It was an amazing week at RSA Conference. We were thrilled to share how far we’ve come since last year’s Innovation Sandbox win. Thank you to everyone who stopped by the booth and experienced our implicit authentication demo – we had such a positive response! If you were unable to attend RSA or missed our booth, please feel free to schedule a demo with us at our office in San Francisco.
It took many hours of hard work and dedication from our team to design and put booth materials together, program the ATM for the demo, launch our new website and much, much more. But all our hard work paid off and we left RSA week with a great sense of satisfaction from showing so many people how implicit authentication can make their lives more simple and secure.
In fact, we had such a positive response, we had to refill the ATM a few times! All in all, we were thrilled to return to RSA Conference, the leading cybersecurity event across the globe, and show how implicit authentication is the future of authentication.
In the past couple of months, UnifyID has been busy attending university hackathons at MIT and UC Berkeley. What this means is hours and hours of non-stop hacking, but it also means unlimited snacks, mini midnight workouts, and lots of young, passionate coders working to create impactful projects.
On September 16, John Whaley flew to Cambridge, Massachusetts to attend HackMIT: Hack to the Future where he had the opportunity to meet more than 1500 students from all different universities. Representing a16z, John participated in a fireside chat where he covered a variety of topics including what it’s like to work in a startup, choosing industry versus graduate school, and building a company on machine learning. He discussed the fundamentals of entrepreneurship, team-building, fundraising, and more, as students picked his brain about technical topics and career advice. Later, John was able to speak more in depth during his tech talk about UnifyID and identifying individuals based on gait. Students were deeply interested in the problem UnifyID is trying to solve as well as the impact and intellectual aspect of UnifyID’s approach to the issue.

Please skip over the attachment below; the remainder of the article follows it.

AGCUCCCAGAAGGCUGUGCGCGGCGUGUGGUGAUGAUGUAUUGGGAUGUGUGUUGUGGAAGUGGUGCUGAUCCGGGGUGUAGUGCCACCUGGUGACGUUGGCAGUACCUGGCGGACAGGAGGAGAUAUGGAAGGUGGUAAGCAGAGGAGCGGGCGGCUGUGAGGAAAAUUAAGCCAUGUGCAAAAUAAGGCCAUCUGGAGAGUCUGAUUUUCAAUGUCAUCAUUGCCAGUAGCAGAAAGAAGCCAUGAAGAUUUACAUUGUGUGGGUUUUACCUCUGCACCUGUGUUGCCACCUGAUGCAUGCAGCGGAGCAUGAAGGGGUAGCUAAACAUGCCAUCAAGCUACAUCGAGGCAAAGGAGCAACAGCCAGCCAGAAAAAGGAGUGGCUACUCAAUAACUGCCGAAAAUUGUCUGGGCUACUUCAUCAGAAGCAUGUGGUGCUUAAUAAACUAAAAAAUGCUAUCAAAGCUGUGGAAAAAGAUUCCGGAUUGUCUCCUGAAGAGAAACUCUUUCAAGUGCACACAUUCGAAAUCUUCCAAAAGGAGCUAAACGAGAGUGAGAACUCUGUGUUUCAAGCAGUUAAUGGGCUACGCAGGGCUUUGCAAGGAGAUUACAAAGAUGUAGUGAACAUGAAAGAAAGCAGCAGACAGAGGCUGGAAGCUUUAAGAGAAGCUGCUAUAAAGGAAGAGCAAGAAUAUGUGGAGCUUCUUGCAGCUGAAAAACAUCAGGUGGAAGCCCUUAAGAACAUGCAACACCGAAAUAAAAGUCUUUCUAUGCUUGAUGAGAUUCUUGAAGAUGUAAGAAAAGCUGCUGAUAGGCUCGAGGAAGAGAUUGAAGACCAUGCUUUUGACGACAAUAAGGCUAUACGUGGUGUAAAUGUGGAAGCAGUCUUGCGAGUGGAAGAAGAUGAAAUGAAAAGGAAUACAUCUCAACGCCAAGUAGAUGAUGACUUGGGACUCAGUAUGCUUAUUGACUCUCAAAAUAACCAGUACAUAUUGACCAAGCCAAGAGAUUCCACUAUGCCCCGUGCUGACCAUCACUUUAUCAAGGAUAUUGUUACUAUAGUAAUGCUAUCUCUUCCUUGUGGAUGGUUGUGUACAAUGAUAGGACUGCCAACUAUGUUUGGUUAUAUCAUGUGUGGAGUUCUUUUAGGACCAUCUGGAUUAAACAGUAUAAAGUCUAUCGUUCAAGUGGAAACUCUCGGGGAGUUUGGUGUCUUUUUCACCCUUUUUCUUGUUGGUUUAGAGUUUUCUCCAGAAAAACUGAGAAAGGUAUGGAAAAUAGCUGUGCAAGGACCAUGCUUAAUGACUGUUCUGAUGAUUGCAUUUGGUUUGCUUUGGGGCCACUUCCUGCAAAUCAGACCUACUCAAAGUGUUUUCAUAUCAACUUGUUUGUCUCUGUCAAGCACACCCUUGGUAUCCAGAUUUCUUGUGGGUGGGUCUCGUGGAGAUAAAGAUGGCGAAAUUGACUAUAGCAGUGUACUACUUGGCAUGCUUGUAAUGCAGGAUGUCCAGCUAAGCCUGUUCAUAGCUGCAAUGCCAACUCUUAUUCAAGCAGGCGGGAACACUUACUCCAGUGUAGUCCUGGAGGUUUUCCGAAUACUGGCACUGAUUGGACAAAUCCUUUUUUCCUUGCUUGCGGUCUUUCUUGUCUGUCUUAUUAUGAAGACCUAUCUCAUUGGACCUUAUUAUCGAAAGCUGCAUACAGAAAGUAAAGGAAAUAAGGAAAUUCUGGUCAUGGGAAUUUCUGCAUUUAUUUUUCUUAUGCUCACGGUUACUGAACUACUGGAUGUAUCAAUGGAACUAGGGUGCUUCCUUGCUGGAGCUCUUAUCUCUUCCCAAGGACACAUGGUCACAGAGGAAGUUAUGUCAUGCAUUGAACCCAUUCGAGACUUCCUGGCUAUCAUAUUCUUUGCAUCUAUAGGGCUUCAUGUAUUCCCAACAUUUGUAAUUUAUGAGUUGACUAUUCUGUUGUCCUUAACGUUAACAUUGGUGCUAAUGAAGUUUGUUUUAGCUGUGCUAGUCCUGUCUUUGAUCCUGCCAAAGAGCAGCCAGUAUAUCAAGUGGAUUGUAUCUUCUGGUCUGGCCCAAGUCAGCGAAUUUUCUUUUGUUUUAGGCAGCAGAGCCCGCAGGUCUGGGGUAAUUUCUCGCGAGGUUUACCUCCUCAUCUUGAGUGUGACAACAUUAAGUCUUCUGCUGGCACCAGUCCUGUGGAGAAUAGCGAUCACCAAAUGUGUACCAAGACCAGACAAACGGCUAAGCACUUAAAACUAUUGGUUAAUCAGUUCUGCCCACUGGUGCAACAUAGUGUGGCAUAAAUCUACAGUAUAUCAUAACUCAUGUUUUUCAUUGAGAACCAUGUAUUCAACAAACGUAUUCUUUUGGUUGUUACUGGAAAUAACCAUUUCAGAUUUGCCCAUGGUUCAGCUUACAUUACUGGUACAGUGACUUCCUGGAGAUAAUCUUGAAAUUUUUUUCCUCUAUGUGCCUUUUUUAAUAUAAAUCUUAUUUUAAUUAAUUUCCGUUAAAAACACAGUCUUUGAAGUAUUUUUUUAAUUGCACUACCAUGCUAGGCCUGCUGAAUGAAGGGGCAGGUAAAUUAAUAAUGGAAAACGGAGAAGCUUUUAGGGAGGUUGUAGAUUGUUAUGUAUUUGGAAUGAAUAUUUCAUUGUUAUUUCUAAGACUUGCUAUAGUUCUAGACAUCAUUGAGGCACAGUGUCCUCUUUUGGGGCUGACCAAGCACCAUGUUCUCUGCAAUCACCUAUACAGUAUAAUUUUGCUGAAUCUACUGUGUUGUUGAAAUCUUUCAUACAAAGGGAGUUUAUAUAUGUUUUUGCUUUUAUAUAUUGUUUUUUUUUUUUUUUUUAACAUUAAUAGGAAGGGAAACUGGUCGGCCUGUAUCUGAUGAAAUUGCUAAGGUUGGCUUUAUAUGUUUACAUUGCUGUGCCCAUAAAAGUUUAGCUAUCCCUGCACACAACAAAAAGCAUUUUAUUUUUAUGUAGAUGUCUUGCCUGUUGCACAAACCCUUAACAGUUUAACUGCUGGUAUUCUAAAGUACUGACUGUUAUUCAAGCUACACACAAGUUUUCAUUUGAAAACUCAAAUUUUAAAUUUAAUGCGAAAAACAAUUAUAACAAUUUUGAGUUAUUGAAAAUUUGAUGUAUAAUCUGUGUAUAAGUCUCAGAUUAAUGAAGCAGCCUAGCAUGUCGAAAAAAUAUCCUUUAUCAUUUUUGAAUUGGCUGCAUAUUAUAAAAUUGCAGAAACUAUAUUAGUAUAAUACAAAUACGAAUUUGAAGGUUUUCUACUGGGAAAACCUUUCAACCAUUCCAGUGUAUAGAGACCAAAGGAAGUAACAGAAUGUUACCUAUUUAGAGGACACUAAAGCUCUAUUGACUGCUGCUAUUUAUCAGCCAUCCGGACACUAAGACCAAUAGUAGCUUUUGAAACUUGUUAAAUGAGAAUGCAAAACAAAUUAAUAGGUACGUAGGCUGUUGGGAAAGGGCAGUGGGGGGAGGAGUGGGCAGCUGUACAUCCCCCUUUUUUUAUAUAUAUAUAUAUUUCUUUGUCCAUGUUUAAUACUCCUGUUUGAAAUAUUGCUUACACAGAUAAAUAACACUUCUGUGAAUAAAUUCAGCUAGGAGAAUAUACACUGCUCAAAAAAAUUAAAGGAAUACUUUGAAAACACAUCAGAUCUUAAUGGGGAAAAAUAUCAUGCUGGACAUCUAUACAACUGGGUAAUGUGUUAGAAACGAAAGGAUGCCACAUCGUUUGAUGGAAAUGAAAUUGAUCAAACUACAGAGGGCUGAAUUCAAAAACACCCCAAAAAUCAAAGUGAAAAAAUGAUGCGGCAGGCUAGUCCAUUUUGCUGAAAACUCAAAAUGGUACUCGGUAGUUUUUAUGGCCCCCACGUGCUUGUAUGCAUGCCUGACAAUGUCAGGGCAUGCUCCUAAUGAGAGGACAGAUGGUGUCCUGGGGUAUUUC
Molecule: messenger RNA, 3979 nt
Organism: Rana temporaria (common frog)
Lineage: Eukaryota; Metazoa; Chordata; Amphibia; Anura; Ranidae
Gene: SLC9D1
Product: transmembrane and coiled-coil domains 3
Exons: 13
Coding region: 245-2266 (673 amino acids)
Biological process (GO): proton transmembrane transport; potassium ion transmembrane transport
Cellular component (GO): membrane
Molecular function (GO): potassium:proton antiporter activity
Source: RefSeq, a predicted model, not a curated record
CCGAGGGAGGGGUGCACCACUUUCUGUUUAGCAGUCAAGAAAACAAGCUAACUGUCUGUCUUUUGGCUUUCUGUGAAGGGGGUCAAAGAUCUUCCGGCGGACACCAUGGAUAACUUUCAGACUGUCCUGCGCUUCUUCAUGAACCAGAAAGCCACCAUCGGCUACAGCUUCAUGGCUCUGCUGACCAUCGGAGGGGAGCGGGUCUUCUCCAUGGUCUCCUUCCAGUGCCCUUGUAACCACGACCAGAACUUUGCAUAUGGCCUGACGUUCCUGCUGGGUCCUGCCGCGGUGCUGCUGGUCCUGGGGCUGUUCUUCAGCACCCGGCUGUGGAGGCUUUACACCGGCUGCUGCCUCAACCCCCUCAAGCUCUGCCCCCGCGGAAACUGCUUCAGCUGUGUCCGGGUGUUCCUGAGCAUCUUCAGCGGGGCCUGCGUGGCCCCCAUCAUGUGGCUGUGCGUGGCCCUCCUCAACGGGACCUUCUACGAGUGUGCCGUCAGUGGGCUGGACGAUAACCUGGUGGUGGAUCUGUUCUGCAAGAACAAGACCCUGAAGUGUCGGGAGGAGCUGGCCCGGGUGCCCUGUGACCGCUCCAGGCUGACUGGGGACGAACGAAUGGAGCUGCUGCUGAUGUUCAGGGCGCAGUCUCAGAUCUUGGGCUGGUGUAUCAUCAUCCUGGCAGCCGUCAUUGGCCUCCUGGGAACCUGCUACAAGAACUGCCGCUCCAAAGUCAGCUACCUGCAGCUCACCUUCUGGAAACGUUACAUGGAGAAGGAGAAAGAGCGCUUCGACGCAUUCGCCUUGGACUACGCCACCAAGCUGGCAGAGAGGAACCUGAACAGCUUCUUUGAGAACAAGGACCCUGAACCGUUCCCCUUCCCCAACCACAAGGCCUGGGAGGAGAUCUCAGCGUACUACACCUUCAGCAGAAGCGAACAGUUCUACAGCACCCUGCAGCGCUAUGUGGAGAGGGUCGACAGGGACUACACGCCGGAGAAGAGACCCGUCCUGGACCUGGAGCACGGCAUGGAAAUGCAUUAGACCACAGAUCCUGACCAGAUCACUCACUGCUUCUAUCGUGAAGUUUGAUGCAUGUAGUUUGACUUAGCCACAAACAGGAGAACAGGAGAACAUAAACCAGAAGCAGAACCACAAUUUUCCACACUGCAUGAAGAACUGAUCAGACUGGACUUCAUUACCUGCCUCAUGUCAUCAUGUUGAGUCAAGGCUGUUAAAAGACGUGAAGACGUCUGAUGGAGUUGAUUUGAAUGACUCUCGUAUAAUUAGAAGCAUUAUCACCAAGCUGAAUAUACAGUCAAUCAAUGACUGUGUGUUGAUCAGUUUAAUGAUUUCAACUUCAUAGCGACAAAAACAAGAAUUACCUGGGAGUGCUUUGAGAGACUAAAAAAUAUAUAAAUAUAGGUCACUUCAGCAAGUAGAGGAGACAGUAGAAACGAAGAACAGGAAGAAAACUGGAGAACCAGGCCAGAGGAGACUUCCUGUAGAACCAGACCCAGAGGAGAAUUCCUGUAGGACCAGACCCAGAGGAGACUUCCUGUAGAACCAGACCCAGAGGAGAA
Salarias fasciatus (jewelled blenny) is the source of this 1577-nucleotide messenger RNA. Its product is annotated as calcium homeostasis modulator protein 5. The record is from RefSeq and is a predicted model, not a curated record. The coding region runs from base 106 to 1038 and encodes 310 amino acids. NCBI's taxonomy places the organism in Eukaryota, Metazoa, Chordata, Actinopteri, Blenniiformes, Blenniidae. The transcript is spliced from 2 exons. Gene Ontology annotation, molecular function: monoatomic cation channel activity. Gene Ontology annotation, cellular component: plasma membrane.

Aside from his fireside chat and tech talk, John had the opportunity to mentor hackers in their own projects. His favorite part was meeting and interacting with all of the students, seeing their ambition, passion, and genuine interest in the projects that they were working on. He also enjoyed the intense energy in the arena, choosing to stay and mentor hackers until 3am.
After 24 hours of hard work and non stop hacking at MIT, many groups of students presented their projects. Projects covered a wide range of topics from virtual reality games to homework-help mobile applications. Even though John had been to plenty of hackathons in the past, he was still amazed by the caliber and level of innovation that the students were able to reach in their projects. The first place prize ended up going to a group of students who created Pixelator, “a simple product that sharpens blurry images without a lot of code.”
A few weeks later, on October 6, Andres Castaneda crossed the Bay to attend Cal Hacks 4.0 at the UC Berkeley Stadium. With nearly 1500 students listening, he gave a presentation about UnifyID’s Android SDK and API, receiving a positive response from students who believed it was a revolutionary idea. Similar to John at MIT, Andres also had the opportunity to mentor up-and-coming hackers. For 36 hours, he helped students solve technical challenges as they competed for over $100,000 in prizes, including UnifyID’s contribution: a $300 Amazon giftcard and a Rick and Morty card game.
Based on the level of positive impact, innovation, and technical difficulty, the winning hack for UnifyID’s prize was Safescape, a mobile application that analyzes real-time news articles and alerts people in areas of “non-safe” events. It uses UnifyID’s Android SDK to validate individuals on the application. Inspired by the recent natural and terror crises occurring globally, Safescape also provides those in danger with potential escape routes, allows them to alert others around them, and contains a simple way to contact loved ones.
Andres’ favorite part about participating in Cal Hacks was “seeing people build a product from 0 to 1 in 36 hours.” He also found it hilarious that many students brought sleeping bags and threw them on the floor for intermittent opportunities to take naps.